- Painful feelings that are expressed, acknowledged, and validated by a trusted listener will diminish.
- Painful feelings that are ignored will gain strength.
Basic Concepts of Validation
- Acknowledging the other person’s feelings
- Identifying the feelings
- Offering to listen
- Helping them label the feelings
- Being there for them
- Remaining present physically and emotionally
- Being patient
- Being accepting and non-judgemental
This is simpler than we think!
We have found that if one just validates another, the other will usually be able to work out their own emotional problems even faster than if we were to give them our advice.
In summary the pastoral caregiver is present to help a patient and caregiver experience as fully as possible the love God has for them. Pain is often present in a patient’s room. We cannot fix pain. Emotions are always present. We can validate their emotions. We enter the room knowing we cannot fix those who are present; in fact, the pastoral caregiver should not even try. But we can love them. Loving them means “”hearing” them, that is, acknowledging their concerns and feelings as authentic. Loving them, depending upon circumstances, often means touching them; loving them often means praying with or for them. The purpose of the chart is to illustrate some of the ways a pastoral caregiver can bring the love of God to patients and their loved ones into the room.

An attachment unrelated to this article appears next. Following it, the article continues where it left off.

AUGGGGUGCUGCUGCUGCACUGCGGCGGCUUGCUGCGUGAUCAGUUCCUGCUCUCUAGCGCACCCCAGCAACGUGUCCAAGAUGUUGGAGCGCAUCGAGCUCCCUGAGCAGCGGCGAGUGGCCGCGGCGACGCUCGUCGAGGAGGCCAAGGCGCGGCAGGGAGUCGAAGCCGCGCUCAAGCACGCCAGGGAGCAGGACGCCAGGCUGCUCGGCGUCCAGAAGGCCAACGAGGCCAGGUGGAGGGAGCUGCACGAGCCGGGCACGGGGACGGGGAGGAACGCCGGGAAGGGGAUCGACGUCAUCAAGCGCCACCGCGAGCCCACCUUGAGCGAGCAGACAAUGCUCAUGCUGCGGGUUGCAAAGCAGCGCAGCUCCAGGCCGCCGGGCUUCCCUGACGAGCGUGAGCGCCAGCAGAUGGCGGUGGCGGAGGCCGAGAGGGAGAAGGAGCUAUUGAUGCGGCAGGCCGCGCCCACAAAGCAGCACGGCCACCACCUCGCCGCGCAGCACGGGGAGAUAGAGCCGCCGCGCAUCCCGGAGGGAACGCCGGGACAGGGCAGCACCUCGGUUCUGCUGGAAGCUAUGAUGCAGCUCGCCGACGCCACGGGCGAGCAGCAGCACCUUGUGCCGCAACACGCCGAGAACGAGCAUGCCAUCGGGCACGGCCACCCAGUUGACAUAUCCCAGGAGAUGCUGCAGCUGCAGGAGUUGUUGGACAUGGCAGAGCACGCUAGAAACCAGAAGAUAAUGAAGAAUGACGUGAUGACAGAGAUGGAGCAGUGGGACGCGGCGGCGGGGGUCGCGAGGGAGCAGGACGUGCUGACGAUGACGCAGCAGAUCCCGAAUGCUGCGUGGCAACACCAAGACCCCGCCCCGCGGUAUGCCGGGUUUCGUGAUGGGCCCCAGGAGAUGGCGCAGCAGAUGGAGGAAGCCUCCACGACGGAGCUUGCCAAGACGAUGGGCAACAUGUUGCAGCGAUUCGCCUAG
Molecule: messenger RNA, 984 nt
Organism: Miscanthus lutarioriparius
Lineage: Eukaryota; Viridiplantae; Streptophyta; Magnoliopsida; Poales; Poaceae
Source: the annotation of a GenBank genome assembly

To learn more register to our workshop below. A 15-hour intensive workshop designed to equip beginning pastoral caregivers with basic skills and concepts that will enable them to provide competent spiritual support to patients and families dealing with serious illness and loss.